Katharina Grosse is known for the vibrant palette and exuberant gestures of her large-scale canvases and raucous installations which merge painting, sculpture, and architecture. Wielding a spray gun instead of a brush, Grosse often paints directly on the walls, floors, or facades of her exhibition sites, altering the logic and scale of architecture itself. In an effort to liberate her works from the Euclidian space of wall and floor, Grosse also incorporates into her multidimensional paintings a variety of unexpected objects, including beds, clothes, balloons, shaped canvases, and soil. Joining these incongruous elements in a continuous flow of color, Grosse opens up a new path for painting while rearranging conventions, hierarchy, and our very habits of seeing.
At MASS MoCA the artist has applied her atmospheric veils of paint to four mounds of soil which seem to spill from the upper balcony into the enormous space below. Stacks of Styrofoam shards rise out of the seductive mountains of color, mirroring the white of the gallery walls — the metaphorical canvas of Grosse’s tremendous painting. While the sprawling installation provokes associations with a psychedelic, glacial landscape, Grosse’s work is not representational. Her electric, sometimes dissonant palette is meant to temper the impulse to read the work as a recognizable image. Instead, the anarchic work embraces a state of ambiguity that allows for alternative ways of processing what is seen – whether in the installation’s vast changes in scale or the shifting identities of its components in which mountains become piles of raw pigment and sliced Styrofoam appears tectonic.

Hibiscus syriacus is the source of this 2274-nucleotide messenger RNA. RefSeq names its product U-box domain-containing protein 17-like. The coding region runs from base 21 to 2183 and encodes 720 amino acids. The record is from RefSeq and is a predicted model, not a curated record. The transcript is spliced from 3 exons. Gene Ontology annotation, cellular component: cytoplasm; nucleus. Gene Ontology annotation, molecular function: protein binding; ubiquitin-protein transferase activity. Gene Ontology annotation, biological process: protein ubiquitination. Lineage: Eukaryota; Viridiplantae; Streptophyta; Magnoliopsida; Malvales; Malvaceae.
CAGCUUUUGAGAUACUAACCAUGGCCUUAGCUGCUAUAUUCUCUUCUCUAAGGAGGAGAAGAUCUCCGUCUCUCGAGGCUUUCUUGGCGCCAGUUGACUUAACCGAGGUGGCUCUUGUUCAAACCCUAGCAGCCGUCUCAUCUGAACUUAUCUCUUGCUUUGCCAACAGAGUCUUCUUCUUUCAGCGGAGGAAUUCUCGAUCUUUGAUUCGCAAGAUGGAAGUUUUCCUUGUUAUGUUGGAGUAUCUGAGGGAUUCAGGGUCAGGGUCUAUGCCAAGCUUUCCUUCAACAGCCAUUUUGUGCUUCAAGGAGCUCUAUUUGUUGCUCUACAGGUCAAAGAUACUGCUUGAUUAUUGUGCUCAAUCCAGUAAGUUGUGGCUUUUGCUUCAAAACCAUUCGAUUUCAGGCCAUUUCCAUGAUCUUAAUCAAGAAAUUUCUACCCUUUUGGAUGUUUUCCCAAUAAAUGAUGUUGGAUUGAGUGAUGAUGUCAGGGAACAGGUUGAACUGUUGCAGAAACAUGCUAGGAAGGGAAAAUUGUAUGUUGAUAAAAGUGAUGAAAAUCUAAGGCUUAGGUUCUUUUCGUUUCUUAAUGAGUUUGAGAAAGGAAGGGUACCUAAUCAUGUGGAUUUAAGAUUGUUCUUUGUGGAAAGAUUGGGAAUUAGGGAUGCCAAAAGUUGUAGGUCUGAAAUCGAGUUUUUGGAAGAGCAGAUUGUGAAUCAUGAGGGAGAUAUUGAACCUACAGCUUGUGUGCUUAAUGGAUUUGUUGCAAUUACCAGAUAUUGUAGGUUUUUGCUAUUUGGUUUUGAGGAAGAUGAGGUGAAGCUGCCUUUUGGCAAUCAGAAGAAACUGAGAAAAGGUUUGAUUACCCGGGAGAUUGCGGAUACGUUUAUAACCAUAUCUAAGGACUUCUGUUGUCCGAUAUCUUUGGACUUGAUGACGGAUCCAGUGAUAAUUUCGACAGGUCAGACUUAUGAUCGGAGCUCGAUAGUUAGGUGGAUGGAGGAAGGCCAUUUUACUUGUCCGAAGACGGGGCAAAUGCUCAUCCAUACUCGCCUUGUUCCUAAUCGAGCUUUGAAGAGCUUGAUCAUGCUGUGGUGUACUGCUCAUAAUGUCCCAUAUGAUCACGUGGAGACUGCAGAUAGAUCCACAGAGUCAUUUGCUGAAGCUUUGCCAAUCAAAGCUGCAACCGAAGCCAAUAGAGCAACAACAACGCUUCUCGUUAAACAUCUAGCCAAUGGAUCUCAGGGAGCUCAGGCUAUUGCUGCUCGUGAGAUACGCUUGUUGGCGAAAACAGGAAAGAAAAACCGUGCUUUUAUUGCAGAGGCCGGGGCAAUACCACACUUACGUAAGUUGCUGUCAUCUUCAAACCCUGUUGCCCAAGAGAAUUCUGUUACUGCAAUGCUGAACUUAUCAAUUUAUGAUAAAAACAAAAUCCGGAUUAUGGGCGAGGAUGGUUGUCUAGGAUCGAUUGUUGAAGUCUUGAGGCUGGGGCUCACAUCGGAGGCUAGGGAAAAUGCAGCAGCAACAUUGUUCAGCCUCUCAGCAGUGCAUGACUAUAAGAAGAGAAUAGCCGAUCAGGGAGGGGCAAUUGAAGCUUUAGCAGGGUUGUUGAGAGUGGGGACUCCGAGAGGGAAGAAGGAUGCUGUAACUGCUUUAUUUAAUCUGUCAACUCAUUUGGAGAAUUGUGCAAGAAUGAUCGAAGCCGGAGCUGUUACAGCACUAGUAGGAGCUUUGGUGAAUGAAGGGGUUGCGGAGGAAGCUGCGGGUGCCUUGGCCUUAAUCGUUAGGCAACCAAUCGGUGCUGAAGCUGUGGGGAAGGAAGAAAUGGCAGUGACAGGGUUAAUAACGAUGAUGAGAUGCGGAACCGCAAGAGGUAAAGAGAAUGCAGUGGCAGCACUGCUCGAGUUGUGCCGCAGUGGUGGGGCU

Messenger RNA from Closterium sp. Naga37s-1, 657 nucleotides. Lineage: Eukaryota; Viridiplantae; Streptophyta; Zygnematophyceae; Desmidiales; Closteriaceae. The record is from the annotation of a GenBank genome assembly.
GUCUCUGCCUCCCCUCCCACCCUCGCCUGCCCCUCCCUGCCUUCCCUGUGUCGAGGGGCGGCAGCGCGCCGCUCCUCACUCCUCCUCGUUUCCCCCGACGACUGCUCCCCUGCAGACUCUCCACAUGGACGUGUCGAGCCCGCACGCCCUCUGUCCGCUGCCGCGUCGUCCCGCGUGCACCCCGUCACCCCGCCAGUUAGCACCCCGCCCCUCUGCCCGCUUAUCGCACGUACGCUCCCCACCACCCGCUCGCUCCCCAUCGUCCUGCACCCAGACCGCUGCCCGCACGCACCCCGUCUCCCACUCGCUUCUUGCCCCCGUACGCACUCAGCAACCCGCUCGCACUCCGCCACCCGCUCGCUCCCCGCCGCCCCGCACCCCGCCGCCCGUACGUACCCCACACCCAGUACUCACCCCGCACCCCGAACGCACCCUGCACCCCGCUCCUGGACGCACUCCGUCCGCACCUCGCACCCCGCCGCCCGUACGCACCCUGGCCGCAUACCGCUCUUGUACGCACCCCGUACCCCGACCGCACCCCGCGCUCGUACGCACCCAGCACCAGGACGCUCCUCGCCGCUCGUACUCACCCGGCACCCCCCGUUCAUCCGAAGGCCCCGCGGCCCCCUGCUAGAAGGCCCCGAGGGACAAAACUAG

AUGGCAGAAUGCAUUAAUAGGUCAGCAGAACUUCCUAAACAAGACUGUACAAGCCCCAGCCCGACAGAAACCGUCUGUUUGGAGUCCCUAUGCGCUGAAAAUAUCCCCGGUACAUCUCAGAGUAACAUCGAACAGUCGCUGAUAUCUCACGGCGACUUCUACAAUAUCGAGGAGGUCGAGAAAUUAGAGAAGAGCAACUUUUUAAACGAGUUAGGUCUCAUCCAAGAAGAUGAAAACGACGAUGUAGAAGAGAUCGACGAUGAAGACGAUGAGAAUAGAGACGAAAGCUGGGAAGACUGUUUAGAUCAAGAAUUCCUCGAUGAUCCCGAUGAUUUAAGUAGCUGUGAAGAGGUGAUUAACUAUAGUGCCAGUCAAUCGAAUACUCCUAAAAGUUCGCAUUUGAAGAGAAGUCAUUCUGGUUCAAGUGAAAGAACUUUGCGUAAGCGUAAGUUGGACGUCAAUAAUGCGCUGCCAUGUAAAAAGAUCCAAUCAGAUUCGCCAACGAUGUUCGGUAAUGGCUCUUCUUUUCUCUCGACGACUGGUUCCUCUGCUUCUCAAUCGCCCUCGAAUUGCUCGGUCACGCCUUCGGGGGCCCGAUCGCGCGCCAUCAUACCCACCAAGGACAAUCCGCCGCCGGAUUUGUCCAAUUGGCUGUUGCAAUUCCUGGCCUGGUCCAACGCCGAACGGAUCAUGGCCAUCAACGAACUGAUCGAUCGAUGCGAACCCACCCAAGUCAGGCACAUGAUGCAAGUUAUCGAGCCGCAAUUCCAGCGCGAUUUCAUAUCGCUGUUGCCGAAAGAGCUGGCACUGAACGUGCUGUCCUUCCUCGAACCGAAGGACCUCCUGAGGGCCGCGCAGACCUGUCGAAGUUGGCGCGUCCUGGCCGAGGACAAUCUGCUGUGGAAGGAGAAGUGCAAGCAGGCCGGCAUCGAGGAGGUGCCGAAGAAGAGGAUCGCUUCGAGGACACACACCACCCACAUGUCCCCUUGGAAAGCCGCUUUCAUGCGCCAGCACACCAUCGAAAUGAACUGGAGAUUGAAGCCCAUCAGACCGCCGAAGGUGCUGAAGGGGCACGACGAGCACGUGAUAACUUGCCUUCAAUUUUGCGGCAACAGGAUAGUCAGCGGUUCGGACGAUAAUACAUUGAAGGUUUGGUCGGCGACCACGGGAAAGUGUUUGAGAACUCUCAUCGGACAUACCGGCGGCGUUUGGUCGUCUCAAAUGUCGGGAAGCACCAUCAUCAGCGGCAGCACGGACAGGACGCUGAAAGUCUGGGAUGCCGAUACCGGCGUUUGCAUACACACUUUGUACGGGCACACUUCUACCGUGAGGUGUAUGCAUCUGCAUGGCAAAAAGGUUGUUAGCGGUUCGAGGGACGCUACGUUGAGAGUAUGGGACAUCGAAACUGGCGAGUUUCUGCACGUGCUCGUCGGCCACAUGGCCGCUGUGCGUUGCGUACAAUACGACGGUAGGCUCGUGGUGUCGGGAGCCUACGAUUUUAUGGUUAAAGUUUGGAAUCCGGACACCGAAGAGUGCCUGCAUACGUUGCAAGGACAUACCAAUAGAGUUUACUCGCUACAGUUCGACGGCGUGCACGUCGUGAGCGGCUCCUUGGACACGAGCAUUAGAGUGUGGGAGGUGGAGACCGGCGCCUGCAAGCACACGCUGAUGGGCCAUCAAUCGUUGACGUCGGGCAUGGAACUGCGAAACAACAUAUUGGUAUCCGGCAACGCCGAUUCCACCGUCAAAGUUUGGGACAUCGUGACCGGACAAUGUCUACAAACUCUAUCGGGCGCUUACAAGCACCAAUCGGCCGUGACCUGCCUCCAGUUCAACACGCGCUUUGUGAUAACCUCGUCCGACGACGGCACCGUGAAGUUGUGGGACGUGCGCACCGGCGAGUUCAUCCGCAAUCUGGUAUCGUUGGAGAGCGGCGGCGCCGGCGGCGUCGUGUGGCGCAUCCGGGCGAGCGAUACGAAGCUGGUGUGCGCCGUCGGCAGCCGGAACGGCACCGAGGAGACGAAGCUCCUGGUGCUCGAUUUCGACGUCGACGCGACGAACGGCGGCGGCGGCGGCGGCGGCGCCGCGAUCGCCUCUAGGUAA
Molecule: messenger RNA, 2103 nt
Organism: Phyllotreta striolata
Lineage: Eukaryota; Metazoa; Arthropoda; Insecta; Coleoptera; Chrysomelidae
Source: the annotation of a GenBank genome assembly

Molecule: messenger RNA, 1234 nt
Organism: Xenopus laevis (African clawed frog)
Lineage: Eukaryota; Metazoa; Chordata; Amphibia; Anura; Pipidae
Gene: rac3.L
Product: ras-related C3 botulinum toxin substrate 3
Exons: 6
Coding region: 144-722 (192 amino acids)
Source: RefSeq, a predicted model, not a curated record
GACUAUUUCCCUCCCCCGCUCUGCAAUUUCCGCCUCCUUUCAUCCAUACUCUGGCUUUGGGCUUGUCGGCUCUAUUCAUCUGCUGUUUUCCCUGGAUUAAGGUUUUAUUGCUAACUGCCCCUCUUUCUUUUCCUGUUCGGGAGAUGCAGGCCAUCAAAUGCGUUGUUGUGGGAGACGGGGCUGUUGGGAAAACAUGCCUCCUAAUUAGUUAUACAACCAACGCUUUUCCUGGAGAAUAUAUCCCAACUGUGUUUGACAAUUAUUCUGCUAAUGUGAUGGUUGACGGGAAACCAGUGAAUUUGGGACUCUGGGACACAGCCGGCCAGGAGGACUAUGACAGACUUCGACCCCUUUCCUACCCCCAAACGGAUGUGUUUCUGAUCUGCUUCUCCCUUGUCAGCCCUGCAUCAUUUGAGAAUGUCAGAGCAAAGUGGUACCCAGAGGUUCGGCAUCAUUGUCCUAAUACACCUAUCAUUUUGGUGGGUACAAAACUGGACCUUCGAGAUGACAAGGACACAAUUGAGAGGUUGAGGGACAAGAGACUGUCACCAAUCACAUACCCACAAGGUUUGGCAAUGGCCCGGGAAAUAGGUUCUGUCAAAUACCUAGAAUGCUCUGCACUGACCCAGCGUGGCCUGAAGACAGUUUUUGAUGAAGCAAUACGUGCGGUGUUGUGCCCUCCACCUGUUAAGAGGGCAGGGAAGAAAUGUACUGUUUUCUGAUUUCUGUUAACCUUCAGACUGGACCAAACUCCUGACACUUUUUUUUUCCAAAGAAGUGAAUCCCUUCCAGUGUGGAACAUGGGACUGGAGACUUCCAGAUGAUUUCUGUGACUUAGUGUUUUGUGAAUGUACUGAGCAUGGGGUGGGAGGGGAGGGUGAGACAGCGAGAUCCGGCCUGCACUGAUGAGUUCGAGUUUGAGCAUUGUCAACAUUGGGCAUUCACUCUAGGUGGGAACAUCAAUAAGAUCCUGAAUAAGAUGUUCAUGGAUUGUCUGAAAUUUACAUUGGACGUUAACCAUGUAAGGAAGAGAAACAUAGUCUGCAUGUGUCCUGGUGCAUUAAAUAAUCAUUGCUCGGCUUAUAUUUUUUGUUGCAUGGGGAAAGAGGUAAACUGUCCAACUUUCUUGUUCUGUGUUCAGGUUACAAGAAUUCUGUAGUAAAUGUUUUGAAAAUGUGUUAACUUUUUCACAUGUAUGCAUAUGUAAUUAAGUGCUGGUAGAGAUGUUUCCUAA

The work’s most salient connection to geography lies in the viewer’s ability to walk by, around, and above Grosse’s undulating fields of color as they unfold over time and space. Traversing the galleries, visitors are given the opportunity to understand Grosse’s painting from multiple vantage points both outside and inside the work itself and, as the exhibition’s title obliquely implies, stumble toward a higher plane of perception. Working in both real and pictorial space simultaneously, the artist emphasizes the instability of what we know as reality and the potentiality in what lies beyond the limits of conditioned sight and thought.
Major support for this exhibition is provided by the Art Mentor Foundation Lucerne. Additional support from the Toby D. Lewis Philanthropic Fund of the Jewish Community Federation of Cleveland, the Institut für Auslandsbeziehungen e.V., the Massachusetts Cultural Council, and anonymous donors
Images courtesy of MASS MoCA, North Adams